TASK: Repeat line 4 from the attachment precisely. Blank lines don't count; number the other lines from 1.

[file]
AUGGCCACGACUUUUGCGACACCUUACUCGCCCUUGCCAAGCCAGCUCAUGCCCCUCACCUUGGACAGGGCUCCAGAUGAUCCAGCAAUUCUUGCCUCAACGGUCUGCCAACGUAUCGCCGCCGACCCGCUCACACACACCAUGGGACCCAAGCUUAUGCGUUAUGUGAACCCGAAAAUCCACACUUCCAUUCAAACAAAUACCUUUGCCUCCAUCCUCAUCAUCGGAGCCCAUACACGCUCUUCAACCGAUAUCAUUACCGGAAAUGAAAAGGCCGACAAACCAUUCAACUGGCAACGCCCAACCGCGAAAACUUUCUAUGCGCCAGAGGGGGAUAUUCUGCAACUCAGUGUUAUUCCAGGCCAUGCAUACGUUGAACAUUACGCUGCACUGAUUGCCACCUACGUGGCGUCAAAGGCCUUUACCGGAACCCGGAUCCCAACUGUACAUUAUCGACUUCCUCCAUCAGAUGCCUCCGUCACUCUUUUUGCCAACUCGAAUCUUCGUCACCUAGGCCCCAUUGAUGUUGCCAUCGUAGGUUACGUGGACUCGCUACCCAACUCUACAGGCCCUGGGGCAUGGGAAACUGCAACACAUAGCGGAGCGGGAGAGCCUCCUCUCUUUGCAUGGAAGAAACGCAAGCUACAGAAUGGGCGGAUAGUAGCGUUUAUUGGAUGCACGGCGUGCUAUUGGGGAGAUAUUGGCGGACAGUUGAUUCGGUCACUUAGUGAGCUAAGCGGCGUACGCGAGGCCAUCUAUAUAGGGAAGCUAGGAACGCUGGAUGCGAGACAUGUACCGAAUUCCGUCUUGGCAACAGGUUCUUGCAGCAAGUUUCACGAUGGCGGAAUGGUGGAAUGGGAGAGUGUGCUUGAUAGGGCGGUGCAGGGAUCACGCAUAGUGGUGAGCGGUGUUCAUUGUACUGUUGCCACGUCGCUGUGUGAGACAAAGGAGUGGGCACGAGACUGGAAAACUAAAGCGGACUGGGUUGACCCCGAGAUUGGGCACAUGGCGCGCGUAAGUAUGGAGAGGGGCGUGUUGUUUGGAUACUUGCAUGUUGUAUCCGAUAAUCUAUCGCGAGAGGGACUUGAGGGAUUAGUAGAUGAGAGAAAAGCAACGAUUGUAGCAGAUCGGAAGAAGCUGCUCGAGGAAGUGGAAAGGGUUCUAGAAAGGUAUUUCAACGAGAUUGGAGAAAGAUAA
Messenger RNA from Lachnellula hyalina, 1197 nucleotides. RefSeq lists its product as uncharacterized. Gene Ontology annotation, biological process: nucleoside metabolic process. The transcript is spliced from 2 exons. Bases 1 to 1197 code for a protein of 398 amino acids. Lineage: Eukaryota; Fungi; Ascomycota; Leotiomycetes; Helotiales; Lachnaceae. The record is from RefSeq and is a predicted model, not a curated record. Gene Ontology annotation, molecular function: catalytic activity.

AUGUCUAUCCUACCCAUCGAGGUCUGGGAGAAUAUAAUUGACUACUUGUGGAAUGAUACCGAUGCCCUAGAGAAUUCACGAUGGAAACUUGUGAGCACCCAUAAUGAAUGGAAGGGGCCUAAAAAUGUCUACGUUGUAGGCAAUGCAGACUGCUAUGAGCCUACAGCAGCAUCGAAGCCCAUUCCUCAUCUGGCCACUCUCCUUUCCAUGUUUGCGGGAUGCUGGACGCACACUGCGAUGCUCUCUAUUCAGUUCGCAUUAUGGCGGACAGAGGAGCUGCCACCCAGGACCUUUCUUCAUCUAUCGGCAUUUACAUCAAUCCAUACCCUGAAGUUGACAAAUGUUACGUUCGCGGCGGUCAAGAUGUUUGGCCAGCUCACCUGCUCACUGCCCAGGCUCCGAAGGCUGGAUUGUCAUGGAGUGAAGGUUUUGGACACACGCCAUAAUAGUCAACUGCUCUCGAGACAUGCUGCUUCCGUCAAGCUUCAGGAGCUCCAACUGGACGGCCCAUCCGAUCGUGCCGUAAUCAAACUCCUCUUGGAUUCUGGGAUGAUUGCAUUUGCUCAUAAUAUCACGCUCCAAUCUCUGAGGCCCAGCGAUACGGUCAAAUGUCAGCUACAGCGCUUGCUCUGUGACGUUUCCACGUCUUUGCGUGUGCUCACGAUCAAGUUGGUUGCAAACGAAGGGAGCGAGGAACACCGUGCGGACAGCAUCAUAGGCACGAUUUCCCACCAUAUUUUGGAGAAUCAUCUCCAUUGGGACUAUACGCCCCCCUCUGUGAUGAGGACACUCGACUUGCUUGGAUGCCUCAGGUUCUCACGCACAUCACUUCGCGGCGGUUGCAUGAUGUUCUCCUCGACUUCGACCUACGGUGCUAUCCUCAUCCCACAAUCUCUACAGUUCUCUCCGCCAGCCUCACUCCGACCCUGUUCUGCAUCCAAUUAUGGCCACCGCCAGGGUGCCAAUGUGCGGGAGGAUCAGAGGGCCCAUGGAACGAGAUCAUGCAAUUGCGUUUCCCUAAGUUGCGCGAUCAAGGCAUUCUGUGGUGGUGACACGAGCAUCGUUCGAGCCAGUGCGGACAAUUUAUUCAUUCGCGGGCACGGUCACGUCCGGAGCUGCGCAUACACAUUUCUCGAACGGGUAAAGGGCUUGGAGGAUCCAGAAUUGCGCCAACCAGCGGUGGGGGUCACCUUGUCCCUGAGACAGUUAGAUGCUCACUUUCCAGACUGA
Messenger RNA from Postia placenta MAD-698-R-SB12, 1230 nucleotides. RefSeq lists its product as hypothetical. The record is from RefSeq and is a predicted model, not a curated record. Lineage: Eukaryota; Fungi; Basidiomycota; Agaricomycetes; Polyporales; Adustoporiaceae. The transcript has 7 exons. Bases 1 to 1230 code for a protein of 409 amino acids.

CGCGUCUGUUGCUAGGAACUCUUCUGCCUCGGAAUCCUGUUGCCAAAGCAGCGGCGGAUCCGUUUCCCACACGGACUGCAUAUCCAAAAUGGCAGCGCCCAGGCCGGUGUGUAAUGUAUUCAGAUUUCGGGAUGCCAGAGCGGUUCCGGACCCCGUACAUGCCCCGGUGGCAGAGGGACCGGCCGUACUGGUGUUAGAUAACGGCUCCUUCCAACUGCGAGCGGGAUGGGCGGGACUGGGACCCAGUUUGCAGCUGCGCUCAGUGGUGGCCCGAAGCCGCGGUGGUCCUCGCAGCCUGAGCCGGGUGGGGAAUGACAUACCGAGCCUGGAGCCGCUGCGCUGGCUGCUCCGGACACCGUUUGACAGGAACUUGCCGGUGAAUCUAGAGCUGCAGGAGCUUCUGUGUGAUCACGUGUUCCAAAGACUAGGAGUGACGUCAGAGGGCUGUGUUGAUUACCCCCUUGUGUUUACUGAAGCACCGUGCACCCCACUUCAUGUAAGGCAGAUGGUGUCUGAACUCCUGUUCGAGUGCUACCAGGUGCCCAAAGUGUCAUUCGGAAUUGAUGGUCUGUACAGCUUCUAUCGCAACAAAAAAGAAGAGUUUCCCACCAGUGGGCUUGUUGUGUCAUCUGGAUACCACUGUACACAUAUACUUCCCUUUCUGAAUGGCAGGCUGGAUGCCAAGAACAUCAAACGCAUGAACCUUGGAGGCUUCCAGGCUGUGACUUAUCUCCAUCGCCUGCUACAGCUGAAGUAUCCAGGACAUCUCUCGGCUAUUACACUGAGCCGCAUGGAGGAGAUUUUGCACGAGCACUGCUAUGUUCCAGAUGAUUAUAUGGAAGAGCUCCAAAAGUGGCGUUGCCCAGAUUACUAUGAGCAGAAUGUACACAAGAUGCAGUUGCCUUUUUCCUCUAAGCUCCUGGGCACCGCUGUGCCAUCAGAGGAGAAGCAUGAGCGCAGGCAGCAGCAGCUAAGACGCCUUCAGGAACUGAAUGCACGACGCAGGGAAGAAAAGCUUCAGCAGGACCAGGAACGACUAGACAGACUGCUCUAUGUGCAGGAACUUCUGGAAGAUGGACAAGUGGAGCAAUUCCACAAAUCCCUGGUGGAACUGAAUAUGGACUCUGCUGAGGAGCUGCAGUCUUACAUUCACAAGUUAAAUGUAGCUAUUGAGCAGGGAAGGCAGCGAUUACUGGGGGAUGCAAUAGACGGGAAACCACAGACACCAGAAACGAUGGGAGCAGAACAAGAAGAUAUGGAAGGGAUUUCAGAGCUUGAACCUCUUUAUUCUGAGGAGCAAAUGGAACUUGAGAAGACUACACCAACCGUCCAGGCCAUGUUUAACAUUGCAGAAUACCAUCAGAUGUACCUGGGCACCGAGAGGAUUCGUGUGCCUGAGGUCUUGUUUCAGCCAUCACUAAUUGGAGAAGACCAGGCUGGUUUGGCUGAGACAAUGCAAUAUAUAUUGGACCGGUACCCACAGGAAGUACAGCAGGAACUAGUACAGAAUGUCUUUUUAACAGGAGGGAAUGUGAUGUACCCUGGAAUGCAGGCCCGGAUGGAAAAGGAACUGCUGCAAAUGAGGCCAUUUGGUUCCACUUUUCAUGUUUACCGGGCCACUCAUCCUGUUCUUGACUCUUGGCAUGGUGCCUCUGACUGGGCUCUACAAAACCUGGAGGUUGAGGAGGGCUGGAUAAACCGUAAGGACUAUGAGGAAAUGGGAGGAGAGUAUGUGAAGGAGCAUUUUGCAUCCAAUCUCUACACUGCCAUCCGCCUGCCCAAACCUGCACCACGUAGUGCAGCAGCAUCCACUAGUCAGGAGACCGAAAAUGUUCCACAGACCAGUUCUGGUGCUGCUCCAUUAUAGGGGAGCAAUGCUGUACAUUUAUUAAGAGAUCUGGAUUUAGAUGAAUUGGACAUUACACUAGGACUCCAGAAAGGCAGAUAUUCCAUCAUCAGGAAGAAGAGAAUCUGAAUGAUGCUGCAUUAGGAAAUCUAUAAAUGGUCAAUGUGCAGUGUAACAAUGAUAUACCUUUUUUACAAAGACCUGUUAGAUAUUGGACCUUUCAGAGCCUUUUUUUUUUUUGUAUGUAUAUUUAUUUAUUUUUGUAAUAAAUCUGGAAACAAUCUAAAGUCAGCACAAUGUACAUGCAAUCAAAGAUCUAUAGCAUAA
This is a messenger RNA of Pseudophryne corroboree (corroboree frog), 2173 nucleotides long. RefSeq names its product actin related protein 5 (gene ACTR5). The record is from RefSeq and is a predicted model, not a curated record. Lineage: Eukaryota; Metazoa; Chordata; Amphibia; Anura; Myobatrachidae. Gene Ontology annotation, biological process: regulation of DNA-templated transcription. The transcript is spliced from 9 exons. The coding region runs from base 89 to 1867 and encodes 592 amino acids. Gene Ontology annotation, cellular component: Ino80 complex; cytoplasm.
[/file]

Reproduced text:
Messenger RNA from Postia placenta MAD-698-R-SB12, 1230 nucleotides. RefSeq lists its product as hypothetical. The record is from RefSeq and is a predicted model, not a curated record. Lineage: Eukaryota; Fungi; Basidiomycota; Agaricomycetes; Polyporales; Adustoporiaceae. The transcript has 7 exons. Bases 1 to 1230 code for a protein of 409 amino acids.